October 2018

With record issuance of EUR20.8 billion and more to come, Deutsche Bank research explains why 2018 has been a stellar year for collateralised loan obligations

It’s only October but 2018 has already been a record year for collateralised loan obligation (CLO) issuance in Europe. The latest Deutsche Bank research on the market notes that EUR20billion of post-crisis CLOs, or CLO 2.0s, have already been issued this year1 (see figure 1)This issuance is driven by both demand and supply.

 

Figure 1: Historical CLO issuance

On the supply side, the issuance of leveraged loans has picked up markedly in Europe driven by improving economic conditions and healthy financial sponsor activity. These contributed to an estimated supply of EUR67billion in institutional loans as of the end of September 2018. While on the demand side, investors continue to hunt for yield. The investor base of both European and non-European investors has also become more diverse as momentum gathers. 

“It’s been a very good year for CLOs and underlying loan issuance has remained supportive,” notes Rachit Prasad, Deutsche Bank Research Analyst and co-author of the bank’s monthly securitisation report. “We upped our full year forecast to EUR25-27 billion in August,” he said.

This momentum has been underscored by a record number of debut managers. The number of managers jumped from 41 in 2017 to 45 in 2018. If all the new manager deals price this year, this would take the debut manager list to 10. Some 24 deals are in the CLO new issue pipeline, but not all are near term candidates for pricing. Notably, some six debut Euro CLO 2.0 managers are in the list.

However on the back of strong supply, spreads for AAAs (discount margin) have widened to the c.100 bps area, but spreads are also significantly driven by manager reputation and/ or anchor investor presence (see figure 2).

Figure 2
Figure 2: Weighted average discount margin of CLOs issuance since 2017
Recently, with institutional loan spreads tighter but CLO liability spreads continuing to stay soft, the CLO equity arbitrage for new issues is getting increasingly tighter. However such variation in arbitrage has been seen in the past and typically the pace of new supply adjusts for this to self-correct. Elsewhere, Deutsche Bank’s research team also notes how such increased liability spreads have meant that the pace of resets could slow down as resets become uneconomical but more refis could be seen instead.

Where do we go from here?

Amidst all of these drivers, the larger fundamentals driving CLO issuance are set to continue in the medium term. Financial sponsor activity and continued demand by investors should prove supportive for the asset class over the medium term, with the European Central Bank’s QE exit and the possibility of a no-deal Brexit being tail risks2.

In terms of secondary trading, most activity is from post crisis CLOs as the legacy (pre crisis) market has largely matured or been called.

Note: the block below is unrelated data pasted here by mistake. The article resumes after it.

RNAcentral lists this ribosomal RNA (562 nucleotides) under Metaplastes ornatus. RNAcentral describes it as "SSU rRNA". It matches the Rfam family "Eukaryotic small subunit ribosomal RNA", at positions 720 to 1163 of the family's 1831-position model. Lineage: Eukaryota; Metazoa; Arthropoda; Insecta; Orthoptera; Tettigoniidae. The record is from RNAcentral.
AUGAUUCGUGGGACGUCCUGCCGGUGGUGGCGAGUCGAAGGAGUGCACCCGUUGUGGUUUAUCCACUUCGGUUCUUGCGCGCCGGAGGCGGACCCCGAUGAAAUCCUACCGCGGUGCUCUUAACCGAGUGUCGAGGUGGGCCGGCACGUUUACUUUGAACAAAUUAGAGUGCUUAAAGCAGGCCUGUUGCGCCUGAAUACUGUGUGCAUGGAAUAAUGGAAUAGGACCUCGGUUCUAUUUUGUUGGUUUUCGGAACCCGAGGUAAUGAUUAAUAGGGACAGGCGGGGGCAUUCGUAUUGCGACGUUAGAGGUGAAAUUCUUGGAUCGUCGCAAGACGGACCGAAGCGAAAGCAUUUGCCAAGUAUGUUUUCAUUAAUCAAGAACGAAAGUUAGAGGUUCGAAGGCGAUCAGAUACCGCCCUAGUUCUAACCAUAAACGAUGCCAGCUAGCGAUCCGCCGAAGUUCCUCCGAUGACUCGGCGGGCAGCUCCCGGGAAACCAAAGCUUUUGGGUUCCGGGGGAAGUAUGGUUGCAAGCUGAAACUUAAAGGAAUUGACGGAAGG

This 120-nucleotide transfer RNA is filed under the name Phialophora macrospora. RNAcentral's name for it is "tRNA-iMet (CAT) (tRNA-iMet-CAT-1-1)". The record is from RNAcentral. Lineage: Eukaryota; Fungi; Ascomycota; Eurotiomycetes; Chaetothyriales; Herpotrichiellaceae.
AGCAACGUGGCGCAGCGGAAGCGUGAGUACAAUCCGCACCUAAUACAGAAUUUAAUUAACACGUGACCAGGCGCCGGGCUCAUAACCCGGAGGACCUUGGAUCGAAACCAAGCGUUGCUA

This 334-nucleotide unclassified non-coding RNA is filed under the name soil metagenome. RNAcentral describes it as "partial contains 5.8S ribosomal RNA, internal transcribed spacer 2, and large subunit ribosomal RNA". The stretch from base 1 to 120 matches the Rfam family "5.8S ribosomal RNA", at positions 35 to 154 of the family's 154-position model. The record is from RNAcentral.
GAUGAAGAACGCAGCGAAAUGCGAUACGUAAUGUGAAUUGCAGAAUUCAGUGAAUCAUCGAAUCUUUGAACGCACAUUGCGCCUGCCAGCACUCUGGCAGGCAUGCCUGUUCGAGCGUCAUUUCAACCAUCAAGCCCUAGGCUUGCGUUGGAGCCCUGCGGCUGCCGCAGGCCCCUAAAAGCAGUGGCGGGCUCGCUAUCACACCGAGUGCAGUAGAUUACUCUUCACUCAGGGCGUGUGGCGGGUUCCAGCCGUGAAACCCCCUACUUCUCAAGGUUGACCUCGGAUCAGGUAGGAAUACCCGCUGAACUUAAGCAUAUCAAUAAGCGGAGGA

Reporting challenges ahead, but not insurmountable

From a regulatory standpoint, the European Securities and Markets Authority’s (ESMA) proposals on how CLO managers should report their underlying loans comes into effect on 1 January 2019. However, following the introduction of the templates on this date, ESMA has recommended that a 15-18 month transition period be allowed before these are implemented, to allow for IT systems to be set up.

Following a consultation (Draft technical standards on disclosure requirements, operational standards, and access conditions under the Securitisation Regulation3) with the industry, it was concluded that legacy CLOs will be exempt and this will only affect deals issued from 1 January 2019. In essence ESMA’s new reporting template proposes a new set of criteria (technical standards) for reporting CLO performance. Article 7 of the Securitisation Regulation contains the transparency requirements and directs the originator, sponsor or Issuer/SPV of a securitisation to make certain prescribed information available to investors.

CLO disclosures are classified into the following: 

  1. underlying exposures template, based off the corporate exposure template, which contains the information on each underlying loan; 
  2. investor report template reflecting data on the current state of the transaction 
  3. inside information template and 
  4. significant events template – these last two templates contingent on certain highlights to prevent market abuse and to keep investors informed of important developments with regard to the transaction respectively

While broadly the reporting templates are in line with what is already being used by managers, the incremental burden for CLOs needs some attention, notes the report. ESMA's underlying exposure template consists of 121 fields (for each underlying exposure), but 90 of these allow a "ND" (no data) provision of some kind. A large number of data gathering is needed for field 31, most of which are already captured in the current investor reports.

ESMA acknowledged that details on origination which have been requested can be difficult to fill out for CLOs as loans are traded in the secondary market. Nevertheless, it expects the reporting requirements to be met as - "although such information may be challenging to retrieve at first, then by the time that the reporting requirements fully apply, it appears that this information would be able to be made available in a sufficiently broad manner”.

In summary, the market is expected to adapt to the new requirements as there is a significant period of time before it comes into force. Any feedback from managers will continue to reach the European Commission before it gets adopted as law, and therefore there is still a chance for minor amendments to the text. Overall, Deutsche Bank’s research team expects the market to adapt to the new requirements over time.

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